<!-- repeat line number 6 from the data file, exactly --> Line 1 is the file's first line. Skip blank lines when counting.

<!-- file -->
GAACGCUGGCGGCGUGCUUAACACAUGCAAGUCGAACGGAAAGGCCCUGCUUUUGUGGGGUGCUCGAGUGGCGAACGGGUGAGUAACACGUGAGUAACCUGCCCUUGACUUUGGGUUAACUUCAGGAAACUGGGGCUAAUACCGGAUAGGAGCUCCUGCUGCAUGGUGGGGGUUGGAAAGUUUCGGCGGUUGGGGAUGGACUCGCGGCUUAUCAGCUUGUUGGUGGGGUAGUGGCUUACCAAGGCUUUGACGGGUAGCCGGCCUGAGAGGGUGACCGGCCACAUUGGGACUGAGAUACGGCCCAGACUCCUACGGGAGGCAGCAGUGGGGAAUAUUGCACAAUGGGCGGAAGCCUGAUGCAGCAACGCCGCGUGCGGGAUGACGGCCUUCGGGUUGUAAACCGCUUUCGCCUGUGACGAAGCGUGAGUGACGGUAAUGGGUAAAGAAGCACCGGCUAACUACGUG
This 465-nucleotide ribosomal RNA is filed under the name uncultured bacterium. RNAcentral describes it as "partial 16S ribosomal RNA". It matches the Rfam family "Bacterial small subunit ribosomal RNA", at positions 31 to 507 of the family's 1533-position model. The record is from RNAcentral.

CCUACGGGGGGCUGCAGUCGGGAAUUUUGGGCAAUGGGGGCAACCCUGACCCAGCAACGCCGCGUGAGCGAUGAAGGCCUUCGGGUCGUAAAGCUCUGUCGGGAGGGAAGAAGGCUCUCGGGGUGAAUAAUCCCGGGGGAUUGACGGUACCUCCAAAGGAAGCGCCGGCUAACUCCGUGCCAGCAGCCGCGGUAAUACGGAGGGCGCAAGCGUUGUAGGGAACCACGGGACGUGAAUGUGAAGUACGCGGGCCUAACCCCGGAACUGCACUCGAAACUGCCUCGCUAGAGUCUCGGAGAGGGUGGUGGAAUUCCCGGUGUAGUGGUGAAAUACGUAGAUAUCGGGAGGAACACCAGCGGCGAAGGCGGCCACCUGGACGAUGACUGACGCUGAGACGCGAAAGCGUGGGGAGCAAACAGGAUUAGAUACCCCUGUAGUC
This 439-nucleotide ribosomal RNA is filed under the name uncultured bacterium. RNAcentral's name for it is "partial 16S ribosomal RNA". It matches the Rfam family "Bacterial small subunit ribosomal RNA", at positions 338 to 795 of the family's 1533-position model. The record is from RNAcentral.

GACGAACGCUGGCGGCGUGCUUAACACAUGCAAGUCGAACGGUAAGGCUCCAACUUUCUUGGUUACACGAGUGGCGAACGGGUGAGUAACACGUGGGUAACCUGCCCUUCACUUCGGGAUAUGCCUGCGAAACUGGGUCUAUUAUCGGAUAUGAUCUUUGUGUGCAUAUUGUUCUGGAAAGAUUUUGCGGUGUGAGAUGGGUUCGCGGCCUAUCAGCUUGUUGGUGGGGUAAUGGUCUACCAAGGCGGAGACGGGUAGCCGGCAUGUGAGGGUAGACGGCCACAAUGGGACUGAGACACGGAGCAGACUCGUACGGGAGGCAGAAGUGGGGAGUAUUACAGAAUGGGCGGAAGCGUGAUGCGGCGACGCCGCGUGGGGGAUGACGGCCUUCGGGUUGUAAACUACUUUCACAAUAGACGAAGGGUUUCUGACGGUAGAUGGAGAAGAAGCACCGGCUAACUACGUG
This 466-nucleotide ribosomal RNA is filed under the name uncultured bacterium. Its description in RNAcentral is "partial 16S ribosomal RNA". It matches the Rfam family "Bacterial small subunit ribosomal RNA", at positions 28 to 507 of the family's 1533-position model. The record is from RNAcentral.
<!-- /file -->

This 466-nucleotide ribosomal RNA is filed under the name uncultured bacterium. Its description in RNAcentral is "partial 16S ribosomal RNA". It matches the Rfam family "Bacterial small subunit ribosomal RNA", at positions 28 to 507 of the family's 1533-position model. The record is from RNAcentral.